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Publication numberUS4122358 A
Publication typeGrant
Application numberUS 05/791,532
Publication dateOct 24, 1978
Filing dateApr 27, 1977
Priority dateApr 29, 1976
Publication number05791532, 791532, US 4122358 A, US 4122358A, US-A-4122358, US4122358 A, US4122358A
InventorsWilliam Altmann
Original AssigneePlessey Handel Und Investments Ag
Export CitationBiBTeX, EndNote, RefMan
External Links: USPTO, USPTO Assignment, Espacenet
Supervisory system for a data transmission system
US 4122358 A
In a data-transmission route involving parallel (e.g. 8Mb/s) data-transmission systems each using a separate line pair, a common line pair, linking all terminal and repeater stations, is used for supervisory and control purposes (signals up to say 25 KHz) and each of e.g. 100 repeater stations (provided with a digital regenerator per data-line pair) has a single error-detection and a single interrogate/response signal circuit at the station. Additionally each repeater station has selection means for connecting the output side of any of the regenerators of the station to the error detector which is permanently associated with the interrogate/response circuit. After the identical setting of the selecting means at each repeater station (e.g. by dial signals forthcoming over the common pair or by an audio tone forthcoming over the data transmission path) an interrogate pulse (1mS 25 KHz), also transmitted over said pair from a terminal station, is effective in the nearest repeater station to develop a backward response signal and to advance an interrogate signal to the next (2nd) repeater station. All interrogate and response signals, appropriate to the selected transmission pair at each repeater station, makes use of the common line pair, so that the interrogating terminal station receives over that pair a sequence of signals which serves to report the existence and the location of any reportable transmission faults which develop in the selected data line.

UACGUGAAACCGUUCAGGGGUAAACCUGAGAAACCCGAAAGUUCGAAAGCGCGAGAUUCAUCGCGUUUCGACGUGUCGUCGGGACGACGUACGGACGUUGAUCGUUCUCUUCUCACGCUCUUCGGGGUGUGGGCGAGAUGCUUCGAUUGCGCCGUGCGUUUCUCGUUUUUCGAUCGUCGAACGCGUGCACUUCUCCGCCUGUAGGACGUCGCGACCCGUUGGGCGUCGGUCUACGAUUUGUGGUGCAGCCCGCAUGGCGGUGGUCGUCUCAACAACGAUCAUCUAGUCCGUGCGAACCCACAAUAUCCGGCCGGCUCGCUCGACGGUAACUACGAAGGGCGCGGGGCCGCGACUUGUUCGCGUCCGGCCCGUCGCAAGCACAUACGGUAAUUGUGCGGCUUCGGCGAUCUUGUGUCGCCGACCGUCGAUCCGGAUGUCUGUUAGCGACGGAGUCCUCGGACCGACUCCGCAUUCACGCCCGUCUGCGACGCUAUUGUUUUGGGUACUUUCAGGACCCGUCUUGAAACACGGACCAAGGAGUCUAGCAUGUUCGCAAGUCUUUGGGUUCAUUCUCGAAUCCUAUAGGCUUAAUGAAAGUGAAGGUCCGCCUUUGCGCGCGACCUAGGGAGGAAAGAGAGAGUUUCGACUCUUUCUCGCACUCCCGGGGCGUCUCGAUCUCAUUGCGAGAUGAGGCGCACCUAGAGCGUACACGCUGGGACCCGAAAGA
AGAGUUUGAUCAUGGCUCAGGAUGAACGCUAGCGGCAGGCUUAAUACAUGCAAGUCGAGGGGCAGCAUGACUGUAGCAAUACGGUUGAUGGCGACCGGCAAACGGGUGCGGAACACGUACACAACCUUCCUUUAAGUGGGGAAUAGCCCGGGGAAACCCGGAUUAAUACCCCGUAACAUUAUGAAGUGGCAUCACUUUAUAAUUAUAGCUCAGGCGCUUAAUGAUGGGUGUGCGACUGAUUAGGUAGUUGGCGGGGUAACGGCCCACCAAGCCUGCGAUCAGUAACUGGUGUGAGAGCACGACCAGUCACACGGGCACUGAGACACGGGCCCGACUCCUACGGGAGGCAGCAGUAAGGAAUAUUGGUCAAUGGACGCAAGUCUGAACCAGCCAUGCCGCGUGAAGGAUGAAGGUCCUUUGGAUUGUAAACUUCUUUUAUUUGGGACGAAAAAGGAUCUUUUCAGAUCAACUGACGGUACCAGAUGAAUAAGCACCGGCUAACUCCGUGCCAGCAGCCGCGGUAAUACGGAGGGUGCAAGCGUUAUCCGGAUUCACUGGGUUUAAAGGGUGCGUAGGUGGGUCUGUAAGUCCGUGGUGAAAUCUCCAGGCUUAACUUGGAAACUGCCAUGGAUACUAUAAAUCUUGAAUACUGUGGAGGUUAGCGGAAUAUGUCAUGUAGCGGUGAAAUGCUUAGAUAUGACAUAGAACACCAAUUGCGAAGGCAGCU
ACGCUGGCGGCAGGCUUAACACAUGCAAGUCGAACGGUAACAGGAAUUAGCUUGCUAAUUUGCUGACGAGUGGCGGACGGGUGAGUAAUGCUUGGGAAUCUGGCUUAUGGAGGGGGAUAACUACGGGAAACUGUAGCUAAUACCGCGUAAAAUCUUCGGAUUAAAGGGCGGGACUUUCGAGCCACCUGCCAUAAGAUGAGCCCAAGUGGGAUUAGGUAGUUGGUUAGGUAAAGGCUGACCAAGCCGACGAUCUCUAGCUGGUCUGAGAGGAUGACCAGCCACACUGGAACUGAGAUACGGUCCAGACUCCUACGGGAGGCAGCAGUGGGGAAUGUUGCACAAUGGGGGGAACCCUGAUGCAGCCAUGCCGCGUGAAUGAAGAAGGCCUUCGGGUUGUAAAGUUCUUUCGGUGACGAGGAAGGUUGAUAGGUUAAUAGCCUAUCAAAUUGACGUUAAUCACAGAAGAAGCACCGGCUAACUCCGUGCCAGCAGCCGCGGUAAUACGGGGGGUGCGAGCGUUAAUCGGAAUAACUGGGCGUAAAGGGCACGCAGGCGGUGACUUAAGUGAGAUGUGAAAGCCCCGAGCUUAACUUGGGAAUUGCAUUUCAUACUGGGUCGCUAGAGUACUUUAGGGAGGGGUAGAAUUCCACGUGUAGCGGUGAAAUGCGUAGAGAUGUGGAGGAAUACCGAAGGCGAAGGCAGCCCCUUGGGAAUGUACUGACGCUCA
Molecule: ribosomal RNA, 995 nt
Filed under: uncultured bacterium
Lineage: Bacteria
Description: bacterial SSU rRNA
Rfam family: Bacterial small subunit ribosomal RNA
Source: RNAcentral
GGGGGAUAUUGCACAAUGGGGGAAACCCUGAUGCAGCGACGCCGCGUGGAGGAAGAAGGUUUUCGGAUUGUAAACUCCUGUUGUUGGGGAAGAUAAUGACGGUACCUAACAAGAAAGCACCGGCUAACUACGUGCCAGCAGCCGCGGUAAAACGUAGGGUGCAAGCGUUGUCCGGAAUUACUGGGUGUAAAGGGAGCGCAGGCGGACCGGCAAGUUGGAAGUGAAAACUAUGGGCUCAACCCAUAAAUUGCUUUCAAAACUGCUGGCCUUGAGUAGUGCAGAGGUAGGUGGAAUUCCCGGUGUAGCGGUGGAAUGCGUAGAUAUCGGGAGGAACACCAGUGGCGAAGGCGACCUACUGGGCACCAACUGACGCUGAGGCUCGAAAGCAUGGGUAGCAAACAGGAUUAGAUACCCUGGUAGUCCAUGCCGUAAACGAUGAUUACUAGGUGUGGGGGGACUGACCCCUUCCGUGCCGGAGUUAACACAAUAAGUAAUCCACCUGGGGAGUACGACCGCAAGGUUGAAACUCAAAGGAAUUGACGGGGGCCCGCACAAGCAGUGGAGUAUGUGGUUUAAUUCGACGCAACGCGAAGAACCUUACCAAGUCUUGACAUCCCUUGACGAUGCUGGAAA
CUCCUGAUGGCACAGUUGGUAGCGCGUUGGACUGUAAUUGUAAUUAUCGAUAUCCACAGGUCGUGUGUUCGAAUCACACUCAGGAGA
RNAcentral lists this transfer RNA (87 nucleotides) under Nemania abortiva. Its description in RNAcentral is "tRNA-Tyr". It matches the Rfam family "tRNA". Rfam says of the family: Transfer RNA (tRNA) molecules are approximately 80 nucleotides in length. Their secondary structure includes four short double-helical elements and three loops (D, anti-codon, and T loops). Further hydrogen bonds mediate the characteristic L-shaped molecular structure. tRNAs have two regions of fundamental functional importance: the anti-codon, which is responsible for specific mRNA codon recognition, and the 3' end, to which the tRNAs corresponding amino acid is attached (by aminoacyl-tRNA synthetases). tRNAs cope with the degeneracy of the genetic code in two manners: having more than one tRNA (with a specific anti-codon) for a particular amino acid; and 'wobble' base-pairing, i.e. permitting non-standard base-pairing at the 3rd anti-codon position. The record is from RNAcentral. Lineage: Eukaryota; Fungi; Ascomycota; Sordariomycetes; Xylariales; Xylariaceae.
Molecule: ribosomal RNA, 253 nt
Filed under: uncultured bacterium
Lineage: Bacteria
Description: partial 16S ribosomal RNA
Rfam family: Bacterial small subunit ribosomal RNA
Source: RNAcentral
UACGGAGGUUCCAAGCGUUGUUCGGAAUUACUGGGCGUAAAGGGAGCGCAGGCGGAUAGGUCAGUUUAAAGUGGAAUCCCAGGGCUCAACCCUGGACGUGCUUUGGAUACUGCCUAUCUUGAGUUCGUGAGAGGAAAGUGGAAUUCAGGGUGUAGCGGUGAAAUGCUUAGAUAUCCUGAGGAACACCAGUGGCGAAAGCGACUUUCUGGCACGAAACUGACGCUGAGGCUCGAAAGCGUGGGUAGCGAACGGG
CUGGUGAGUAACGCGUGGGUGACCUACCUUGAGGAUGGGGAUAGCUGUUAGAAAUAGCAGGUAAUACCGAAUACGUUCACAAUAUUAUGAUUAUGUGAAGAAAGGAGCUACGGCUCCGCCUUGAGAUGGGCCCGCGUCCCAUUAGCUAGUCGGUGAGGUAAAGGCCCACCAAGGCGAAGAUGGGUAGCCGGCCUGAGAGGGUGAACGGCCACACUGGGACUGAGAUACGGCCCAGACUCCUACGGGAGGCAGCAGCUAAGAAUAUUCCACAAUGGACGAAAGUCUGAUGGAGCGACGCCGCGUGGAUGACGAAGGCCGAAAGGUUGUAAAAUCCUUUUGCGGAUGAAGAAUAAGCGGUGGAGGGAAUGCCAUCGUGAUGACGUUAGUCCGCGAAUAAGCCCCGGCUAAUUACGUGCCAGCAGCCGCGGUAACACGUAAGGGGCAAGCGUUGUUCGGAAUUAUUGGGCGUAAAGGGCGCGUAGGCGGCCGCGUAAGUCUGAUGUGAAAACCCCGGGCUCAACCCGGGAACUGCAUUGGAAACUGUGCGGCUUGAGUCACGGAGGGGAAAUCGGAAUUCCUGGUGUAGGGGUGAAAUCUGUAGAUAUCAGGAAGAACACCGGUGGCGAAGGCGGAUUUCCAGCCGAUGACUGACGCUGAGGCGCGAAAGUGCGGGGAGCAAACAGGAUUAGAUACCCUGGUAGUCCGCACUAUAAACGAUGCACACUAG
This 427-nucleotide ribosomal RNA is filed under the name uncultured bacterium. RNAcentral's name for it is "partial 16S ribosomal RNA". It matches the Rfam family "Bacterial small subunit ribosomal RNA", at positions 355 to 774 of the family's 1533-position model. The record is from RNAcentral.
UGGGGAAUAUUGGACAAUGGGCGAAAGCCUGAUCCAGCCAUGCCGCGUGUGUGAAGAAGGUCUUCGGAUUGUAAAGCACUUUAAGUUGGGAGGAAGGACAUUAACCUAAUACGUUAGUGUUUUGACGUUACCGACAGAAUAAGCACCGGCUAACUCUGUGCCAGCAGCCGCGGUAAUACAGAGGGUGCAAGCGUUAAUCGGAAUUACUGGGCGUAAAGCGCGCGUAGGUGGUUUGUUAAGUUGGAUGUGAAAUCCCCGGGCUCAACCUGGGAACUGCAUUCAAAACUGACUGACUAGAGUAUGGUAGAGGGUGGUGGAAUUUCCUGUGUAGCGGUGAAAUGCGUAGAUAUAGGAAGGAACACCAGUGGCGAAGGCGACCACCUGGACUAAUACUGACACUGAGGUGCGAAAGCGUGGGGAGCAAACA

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What we claim is:
1. A supervisory system for fault location during transmission of data in a digital data transmission system, the transmission system including a plurality of separate data transmission paths connecting two terminal stations with each transmission path incorporating a plurality of repeaters connected therein, and each repeater including at least one regenerator, and the supervisory system, which is provided in common to serve corresponding repeaters in separate transmission paths, comprises in combination;
selection means including a selector and a plurality of remotely-controllable switch means for each transmission path, the selection means being controlled by at least one command signal from the terminal station at one or other of the ends of the transmission paths;
an error detecting means for detecting the absence of an output from the regenerators, and when an error-rate-limit has been reached in respect of digital transmission code violations;
separate supervisory path means provided for the transmission of interrogation and answer signals for determining the status of the error detector means; and